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Live coding, where should I send my invoice for performance royalties?

Live coding (i.e., performance art + coding) is the shiny new thing in trendy circles (which is why it was a while before I heard about it). I’m sure readers have had the experience of having to code around issues on customer sites while everyone looked on, this is certainly a performance and there is an art to making it look like minor issues, rather than major problems, are being sorted out.

Isn’t musical improvisation live coding? Something that people like J. S. Bach were doing hundreds of years ago.

I don’t think that the TOPLAP (Transdimensional Organisation for the Permanence of Live Algorithm Programming) website is aimed at people like me, but I did enjoy the absurdity of its manifesto.

Who originated the term live coding? Perhaps it was a salesman trying to turn the poor user interface on the product he was peddling into desirable feature, i.e., having to write code to get the instrument to play a tune is a benefit.

Live performers are always looking for a new angle to attract the public. Perhaps they have noticed the various efforts to get kids coding and have adapted the message to their own ends. No, that cannot be true, academics are making arduous journeys to German country houses to discuss this emerging new technology Don’t worry if you missed out, you can attend the First Live Coding International Conference in July!

I’m sure live coding will get a few students programming who would otherwise have gone off and done something else. But then so would a few rainy weekends.

I suspect that most developers would prefer to do fewer live coding sessions.

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  1. January 19th, 2015 at 14:43 | #1

    Personally as a developer I love live coding sessions. I have never found a more compelling reason to gain a detailed understanding of emacs, fully load a programming language in my brain, improve my typing speed and think of DSLs for my brain rather than anyone else’s. A hundred eyes watching you code is a very compelling reason to move fluidly though code.

    I also think live coding broke programming for me.
    When you can control light and sound with such rapid feedback everything else feels rather slow and dull. I would hope this might lead to more thoughts about the feedback loop in programming.

    Finally I would add that live coding provides a path for programmers like me to pickup music.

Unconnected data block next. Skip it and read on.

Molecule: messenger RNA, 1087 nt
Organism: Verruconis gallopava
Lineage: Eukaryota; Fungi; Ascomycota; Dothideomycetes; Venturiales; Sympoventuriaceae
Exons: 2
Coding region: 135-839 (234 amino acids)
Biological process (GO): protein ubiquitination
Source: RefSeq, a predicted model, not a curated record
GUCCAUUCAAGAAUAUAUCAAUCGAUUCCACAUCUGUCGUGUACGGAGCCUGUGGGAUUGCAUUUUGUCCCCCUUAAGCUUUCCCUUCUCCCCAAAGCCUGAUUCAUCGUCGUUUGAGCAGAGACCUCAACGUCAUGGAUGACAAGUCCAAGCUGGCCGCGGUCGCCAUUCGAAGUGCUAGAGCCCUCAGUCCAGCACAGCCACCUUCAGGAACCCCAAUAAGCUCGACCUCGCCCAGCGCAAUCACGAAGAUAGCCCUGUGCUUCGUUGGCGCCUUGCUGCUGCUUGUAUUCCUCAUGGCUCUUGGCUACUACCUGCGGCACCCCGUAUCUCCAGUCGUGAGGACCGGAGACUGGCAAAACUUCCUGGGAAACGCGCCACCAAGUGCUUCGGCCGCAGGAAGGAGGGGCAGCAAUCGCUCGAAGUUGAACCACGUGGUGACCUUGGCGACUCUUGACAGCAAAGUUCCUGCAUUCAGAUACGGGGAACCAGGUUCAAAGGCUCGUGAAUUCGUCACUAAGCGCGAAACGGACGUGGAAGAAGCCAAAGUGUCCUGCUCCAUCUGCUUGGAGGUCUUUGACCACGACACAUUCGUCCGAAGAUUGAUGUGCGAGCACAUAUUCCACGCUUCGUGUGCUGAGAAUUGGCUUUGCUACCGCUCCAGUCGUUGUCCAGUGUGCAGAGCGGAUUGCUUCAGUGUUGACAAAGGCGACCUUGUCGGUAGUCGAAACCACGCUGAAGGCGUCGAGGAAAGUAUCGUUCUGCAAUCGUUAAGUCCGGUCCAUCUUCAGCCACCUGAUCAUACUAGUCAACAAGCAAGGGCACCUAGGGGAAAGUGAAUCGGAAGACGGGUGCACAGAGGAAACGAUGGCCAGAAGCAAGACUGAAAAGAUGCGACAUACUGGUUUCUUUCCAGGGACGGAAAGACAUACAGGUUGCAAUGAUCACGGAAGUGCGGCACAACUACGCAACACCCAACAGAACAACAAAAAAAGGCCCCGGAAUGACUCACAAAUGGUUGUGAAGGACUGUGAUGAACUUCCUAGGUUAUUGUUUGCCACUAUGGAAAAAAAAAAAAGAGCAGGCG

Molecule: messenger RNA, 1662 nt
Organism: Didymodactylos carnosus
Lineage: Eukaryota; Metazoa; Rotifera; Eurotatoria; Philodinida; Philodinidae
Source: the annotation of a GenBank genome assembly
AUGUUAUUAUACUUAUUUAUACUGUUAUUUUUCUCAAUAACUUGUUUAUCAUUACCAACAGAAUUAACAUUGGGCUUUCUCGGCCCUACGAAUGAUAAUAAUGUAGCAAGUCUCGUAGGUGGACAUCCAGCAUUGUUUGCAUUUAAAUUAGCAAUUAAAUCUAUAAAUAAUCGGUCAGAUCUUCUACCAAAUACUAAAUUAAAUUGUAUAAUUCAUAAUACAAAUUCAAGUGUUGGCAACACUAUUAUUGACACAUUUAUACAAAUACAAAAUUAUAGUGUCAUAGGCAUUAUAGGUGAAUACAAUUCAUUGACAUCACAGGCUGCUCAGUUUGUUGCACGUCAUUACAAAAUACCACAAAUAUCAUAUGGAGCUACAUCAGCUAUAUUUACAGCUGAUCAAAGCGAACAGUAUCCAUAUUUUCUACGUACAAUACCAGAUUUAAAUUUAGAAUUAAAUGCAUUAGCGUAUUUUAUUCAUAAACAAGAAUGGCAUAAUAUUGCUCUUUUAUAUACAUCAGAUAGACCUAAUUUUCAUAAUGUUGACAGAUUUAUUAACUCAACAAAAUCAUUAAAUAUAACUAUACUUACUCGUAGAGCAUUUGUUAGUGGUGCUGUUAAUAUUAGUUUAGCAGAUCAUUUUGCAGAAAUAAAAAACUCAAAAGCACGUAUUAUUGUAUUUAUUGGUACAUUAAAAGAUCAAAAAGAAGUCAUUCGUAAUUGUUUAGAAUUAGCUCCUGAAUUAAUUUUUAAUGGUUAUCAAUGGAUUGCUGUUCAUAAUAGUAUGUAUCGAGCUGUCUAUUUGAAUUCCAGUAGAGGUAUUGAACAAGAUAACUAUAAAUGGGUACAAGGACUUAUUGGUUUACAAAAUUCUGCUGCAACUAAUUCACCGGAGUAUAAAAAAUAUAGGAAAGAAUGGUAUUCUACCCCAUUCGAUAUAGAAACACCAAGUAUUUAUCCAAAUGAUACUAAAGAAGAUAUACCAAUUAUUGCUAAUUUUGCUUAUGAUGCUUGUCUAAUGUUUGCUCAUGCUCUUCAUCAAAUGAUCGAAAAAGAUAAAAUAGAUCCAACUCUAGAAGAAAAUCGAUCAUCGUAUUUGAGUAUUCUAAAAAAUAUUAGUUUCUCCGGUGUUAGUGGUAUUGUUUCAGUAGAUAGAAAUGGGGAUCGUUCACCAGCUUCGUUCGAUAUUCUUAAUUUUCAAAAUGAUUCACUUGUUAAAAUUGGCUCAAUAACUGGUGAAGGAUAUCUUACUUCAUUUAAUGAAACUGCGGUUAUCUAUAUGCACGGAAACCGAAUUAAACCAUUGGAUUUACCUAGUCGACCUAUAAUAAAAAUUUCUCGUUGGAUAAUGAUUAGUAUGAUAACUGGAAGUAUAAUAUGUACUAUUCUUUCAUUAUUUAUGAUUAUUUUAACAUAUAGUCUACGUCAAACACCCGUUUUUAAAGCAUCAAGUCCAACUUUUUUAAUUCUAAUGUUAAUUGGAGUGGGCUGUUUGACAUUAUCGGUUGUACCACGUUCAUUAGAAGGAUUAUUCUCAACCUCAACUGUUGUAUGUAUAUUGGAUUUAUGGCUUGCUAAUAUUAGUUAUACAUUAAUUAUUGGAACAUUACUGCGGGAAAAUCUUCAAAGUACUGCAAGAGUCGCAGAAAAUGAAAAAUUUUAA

Programmers becoming musicians and musicians becoming programmers.

  2. January 19th, 2015 at 15:06 | #2

    @Joseph Wilk
    Yes, you certainly need to know what you are doing when live coding; no time to search the internet for answers.

    Isn’t live programming about being in the moment and the odd mistake here and there does not matter, while ‘conventional’ programming is about repetition in the future (i.e., people executing the code later always getting the same behavior) and correctness is very important?

  3. January 19th, 2015 at 15:47 | #3

    Good questions Derek. I think live programming has various schools of thought. I like to be in the moment but I practice a lot and develop a good idea of where I can go in that moment. So it is in the moment but also structured. I also care a lot about avoiding mistakes, there are various levels of seriousness with mistakes. I guard with DSLs against the worst mistakes and practice to prevent the less serve.

    I think conventional programming again is a wide spectrum. For example I work in Clojure, with an interactive REPL continuously evaluating my code. I also work with large data sets where the initial phases of programming tend to be run in very fast simulations. That initial stage can be very similar to that of a live coded performance. Focusing on the creation of ideas, shaping out thoughts and prototyping. The after stages of writing tests, refactoring, throwing away the prototype and starting on the real thing are where correctness steps in for me. This is very unlike a live performance.

    Lots of people have different ideas about how that coding takes place and when that correctness enters the picture. I suspect it depends on whats being written and your personal style.

  4. January 19th, 2015 at 16:31 | #4

    @Joseph Wilk
    Thanks for the detailed reply.

    Writing code just seems like a terrible user interface for live performances. Something like the Scratch user interface might help, but perhaps you prefer Solo climbing.

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